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Arkham City – the writing dos and donts

I don’t think anyone will be terribly surprised to hear that I spent most of the last two weeks playing Arkham City, rather than Christmas shopping, writing or spending quality time with my wife. I mean, come on, it’s a video game about Batman; the only way to make that more attractive to me as a package is have it dispense a shot of bourbon from the controller every time you get an achievement.

But as of yesterday I have finished the game (both the core plotline and the host of side missions) and having done so I think there’s a lot to consider from a writing POV about the way the game handles its stories and characters. Arkham City does some things right and some things wrong – more the latter than the former, to be honest – and a lot of that is pretty directly applicable to writing fiction. So let’s step away from the fact that the game is a lot of fun and features my favourite character and see what else we can learn from it.

(No, this isn’t a transparent attempt to justify the hours I’ve spent beating the crap out of bad guys on the TV. Honest. Cross my heart.)

Also, warning: if you haven’t finished the game yet, there’ll be some spoilers here. They might ruin your enjoyment. Or they might not.

Plot from premise

For a start, let’s talk about plot. Although promoted as being sandboxy and ‘open-world’, AC has in fact a very central plotline. More specifically, it has two central plotlines. First up, Hugo Strange has turned half of Gotham City into a giant prison, full of psychopaths and lowlifes, and Batman has to find out what Strange is really up to. On top of that, the Joker has infected Batman and a lot of hospital blood supplies with a deadly disease, so Batman has to determine and find the cure before he (and hundreds of others) die.

This is classic stuff – you have an A-plot and a B-plot, you move the spotlight between the two as the story progresses, and you use developments in one to modify the other. It’s very much the approach I’m taking with The Obituarist, for example. By having two main plotlines, you can build tension in one and then move to the other to maintain suspense, or pull the trigger in one to ramp things up in the other. Having just one core plotline in a long-form work doesn’t give you the same richness or as many tools, and you run the risk of pushing that plot too hard and boring your readers.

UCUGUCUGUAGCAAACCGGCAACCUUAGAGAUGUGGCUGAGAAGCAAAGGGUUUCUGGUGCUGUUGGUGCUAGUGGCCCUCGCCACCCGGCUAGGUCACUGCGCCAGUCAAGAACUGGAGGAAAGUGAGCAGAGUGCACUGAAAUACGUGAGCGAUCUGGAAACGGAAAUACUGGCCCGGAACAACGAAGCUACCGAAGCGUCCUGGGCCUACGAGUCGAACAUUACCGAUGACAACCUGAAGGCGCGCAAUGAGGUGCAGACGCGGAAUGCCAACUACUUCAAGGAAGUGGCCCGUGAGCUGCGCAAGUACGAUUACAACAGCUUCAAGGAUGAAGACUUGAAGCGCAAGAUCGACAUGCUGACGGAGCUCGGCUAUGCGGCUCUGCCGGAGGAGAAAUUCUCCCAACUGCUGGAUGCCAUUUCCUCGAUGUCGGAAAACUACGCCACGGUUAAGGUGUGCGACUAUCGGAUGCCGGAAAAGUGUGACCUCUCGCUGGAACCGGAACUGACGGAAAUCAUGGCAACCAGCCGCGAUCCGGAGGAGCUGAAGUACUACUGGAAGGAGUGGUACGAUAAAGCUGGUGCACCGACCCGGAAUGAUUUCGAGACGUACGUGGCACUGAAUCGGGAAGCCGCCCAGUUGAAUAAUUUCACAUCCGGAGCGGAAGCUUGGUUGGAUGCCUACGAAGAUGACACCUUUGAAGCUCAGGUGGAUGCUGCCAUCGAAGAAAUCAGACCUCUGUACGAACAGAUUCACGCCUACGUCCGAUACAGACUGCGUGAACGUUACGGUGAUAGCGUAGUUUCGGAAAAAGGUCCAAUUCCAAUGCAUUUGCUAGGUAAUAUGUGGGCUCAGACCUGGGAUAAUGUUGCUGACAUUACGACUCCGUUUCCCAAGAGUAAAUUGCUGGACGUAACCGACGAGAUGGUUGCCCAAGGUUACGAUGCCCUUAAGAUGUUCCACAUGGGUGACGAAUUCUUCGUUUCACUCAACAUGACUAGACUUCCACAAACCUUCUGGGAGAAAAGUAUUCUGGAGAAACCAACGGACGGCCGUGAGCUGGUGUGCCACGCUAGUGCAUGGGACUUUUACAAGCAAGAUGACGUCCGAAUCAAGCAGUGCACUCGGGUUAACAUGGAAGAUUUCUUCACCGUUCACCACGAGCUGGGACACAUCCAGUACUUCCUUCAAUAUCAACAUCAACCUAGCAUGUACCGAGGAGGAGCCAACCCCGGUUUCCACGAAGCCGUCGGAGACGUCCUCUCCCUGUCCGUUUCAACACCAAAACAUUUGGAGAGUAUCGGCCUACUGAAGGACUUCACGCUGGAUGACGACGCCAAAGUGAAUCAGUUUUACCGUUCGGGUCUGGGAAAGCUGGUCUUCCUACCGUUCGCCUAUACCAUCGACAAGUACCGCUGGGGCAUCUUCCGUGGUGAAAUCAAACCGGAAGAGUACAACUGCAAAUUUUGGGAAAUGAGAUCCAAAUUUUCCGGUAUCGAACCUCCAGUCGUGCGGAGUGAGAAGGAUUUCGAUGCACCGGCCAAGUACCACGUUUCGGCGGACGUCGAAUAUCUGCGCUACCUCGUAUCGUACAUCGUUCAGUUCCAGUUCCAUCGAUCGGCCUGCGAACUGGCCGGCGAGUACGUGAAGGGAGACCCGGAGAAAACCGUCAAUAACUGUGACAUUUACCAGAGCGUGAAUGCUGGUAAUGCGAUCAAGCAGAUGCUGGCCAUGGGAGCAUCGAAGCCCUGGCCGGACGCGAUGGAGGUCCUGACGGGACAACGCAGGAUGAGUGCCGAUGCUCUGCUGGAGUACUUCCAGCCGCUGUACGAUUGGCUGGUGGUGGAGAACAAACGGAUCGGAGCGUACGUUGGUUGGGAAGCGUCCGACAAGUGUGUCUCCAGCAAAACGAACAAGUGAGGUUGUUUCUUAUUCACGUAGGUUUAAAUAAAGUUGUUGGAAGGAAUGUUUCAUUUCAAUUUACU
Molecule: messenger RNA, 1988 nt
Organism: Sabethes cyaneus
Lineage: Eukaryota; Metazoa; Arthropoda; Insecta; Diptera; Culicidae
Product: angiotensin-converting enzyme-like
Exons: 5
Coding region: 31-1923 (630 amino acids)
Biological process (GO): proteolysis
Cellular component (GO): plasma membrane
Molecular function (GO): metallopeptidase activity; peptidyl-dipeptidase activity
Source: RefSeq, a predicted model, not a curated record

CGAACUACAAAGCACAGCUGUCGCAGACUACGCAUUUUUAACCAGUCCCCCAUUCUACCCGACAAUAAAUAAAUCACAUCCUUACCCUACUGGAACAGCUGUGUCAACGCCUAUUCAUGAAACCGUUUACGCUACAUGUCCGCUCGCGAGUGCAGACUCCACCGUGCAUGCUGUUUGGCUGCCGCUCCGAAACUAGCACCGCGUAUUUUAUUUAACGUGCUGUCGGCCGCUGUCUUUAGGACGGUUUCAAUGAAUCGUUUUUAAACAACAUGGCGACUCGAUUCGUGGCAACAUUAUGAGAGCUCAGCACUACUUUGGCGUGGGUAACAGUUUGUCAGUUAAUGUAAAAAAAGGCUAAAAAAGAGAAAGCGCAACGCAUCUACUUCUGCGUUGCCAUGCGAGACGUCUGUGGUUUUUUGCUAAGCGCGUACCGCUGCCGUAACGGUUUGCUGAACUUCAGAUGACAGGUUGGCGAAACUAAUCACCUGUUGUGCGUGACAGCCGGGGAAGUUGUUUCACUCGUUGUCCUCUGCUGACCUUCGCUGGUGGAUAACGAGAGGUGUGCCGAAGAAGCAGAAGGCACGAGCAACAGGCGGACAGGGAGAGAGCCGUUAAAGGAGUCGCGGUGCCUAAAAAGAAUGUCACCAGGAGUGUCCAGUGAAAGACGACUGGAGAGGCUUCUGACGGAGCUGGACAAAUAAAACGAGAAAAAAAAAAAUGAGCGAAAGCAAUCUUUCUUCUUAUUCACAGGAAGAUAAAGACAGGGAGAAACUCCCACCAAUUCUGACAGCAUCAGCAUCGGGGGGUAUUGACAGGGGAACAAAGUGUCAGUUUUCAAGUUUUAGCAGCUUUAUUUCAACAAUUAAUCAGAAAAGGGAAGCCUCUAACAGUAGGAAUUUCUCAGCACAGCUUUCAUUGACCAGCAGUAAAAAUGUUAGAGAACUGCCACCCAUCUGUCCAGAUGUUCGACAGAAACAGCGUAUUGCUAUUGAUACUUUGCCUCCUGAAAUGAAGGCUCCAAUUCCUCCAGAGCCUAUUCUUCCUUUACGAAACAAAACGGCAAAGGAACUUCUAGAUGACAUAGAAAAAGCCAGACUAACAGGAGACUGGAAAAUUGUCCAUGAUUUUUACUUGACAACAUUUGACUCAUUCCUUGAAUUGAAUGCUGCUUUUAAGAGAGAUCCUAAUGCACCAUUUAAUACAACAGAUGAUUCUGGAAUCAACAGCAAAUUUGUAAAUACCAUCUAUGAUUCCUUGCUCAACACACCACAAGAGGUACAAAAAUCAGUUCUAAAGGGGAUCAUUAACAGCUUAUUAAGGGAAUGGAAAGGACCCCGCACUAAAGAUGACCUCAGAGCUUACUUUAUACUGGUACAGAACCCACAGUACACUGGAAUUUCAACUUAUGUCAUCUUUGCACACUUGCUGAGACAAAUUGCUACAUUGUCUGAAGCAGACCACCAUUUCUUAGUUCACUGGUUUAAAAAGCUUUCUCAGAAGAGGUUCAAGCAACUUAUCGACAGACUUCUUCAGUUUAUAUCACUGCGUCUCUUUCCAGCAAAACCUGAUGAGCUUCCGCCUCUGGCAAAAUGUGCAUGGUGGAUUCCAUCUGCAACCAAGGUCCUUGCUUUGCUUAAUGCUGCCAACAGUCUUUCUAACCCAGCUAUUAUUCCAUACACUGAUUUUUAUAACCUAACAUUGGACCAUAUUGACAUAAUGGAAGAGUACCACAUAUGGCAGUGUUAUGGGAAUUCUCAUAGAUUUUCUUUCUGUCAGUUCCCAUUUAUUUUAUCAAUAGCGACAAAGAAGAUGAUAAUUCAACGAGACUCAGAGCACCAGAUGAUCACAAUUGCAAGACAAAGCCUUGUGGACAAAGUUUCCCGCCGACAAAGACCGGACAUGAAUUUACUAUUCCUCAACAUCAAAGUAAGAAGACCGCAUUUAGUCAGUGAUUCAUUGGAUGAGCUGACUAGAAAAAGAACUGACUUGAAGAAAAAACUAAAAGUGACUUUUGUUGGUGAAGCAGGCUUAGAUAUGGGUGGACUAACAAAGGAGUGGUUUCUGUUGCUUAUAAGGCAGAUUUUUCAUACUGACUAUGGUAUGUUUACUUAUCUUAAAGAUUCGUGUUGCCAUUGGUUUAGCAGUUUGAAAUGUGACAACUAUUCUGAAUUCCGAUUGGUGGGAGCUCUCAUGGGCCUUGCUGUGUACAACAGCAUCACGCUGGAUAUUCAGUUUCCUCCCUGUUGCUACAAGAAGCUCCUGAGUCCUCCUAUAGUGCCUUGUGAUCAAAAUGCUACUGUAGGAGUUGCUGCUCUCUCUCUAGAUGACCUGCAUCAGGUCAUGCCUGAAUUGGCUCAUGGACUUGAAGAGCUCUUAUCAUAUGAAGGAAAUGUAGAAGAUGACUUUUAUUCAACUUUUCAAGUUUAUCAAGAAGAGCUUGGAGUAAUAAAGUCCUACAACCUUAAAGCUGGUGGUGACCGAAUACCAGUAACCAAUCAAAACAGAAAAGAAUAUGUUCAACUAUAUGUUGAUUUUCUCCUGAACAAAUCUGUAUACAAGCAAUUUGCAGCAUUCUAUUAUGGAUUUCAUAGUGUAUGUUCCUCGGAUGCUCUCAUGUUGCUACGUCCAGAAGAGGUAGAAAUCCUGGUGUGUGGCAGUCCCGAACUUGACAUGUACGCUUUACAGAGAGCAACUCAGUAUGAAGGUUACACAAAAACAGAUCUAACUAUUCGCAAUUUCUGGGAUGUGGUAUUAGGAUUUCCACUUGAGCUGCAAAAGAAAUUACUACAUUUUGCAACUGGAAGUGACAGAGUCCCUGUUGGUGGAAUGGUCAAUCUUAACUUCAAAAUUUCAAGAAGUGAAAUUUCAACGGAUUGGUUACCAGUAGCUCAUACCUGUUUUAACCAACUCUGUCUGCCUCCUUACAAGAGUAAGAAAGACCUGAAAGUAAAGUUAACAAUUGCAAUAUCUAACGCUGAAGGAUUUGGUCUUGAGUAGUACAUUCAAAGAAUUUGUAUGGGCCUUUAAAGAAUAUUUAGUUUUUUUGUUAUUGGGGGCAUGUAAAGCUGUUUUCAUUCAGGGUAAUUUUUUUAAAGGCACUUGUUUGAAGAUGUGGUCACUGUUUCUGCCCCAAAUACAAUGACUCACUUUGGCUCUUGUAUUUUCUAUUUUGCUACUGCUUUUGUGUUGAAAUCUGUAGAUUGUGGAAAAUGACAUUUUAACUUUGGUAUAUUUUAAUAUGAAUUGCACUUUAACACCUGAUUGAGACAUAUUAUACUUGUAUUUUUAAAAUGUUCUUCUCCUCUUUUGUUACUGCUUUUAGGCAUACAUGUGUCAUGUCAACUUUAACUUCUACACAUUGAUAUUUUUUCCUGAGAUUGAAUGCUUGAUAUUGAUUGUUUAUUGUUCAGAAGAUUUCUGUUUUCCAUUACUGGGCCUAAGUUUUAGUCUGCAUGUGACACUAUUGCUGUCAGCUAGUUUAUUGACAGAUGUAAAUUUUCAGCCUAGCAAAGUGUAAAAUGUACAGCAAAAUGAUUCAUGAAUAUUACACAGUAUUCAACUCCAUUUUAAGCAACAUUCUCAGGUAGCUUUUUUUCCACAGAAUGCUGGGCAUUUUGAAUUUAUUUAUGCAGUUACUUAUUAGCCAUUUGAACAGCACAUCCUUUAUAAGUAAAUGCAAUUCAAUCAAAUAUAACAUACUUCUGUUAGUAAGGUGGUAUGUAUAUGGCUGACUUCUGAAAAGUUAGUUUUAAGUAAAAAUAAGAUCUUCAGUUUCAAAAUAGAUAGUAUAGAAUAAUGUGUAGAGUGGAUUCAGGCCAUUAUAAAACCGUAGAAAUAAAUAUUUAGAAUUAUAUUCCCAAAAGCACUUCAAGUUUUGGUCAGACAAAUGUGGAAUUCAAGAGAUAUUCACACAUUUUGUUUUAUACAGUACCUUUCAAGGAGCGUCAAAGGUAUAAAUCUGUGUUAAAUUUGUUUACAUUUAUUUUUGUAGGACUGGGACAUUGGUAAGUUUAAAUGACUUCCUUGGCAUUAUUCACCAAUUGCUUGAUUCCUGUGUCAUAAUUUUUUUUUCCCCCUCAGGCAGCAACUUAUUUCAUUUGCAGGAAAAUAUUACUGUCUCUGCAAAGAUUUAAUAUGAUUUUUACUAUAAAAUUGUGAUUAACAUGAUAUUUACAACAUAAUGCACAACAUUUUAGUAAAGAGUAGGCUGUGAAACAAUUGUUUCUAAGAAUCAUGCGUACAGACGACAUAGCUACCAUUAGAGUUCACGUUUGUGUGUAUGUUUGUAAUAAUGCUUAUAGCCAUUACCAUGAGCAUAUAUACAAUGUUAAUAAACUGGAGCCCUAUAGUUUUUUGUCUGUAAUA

In addition, AC has about a dozen side plots and missions, plus a parallel storyline about Catwoman. Most of these link strongly to the strong central premise of the game – Gotham City is now a prison that causes far more problems than it solves. As I’ve said before, a strong premise is a constant story generator; you can bring an simple idea to it, put it through the premise/machine and some kind of plotline will come out. Video games tend to be premise-driven, of course, but AC‘s a good (not exceptional, but good) example of how it can work.

Bait, switch, drive a truck through the holes

But while AC has a central plot, that’s not to say it’s a strong plot. Or a coherent one. Or one that makes a goddamn lick of sense in some cases.

So yes, Hugo Strange is doing something bad. But you spend most of the game ignoring that, despite the fact that it’s the A-plot that’s central to the premise and plastered all over the blurb of the CD case. Instead, the Joker-infection plot takes over the core of the game and drives it forward, forcing you to ignore the increasing urgency of prison developments while you look for a cure. Which requires you to fight ninjas in an abandoned subterranean steampunk cult temple.


You’ll go on a vision quest. You’ll punch a giant shark and a pair of one-armed former Siamese twins. Solomon Grundy throws electrified balls at your head. And a bunch of other stuff that floats in and out of the story for no really comprehensible reason. Finally you’ll get a cure, only for it to be stolen and the Joker to target Batman. At which point the A-plot comes back and Strange gets the legal right to kill everyone in the prison (!), and you rush to stop him while the Joker allies with the ninjas. Except that’s all bait-and-switch too, and brings with it a couple of plot holes that left me staring slackjawed at the TV, wondering how no-one on the writing team stopped and said ‘wait, correct me if I’m wrong, but that’s just fucking stupid’.

The main reason why these plot turns and events are problematic (apart from the huge holes) is that they’re divorced from the central premise discussed above. Playing a shellgame with plotlines can be interesting if done well, but are frustrating when bungled, and when your story wanders too far afield from the concept that got the reader interested in the first place. Similarly, while some side plots emerge fairly naturally from the central plotline and core premise, others come out of nowhere and feel completely tacked on (especially the one involving Azrael, which is either utterly pointless or an extended teaser for the next game in the series). Fun in and of themselves, their stories don’t satisfy, just as a disconnected subplot in a novel leaves the reader feeling distanced from the main story because of the apparently-pointless detour.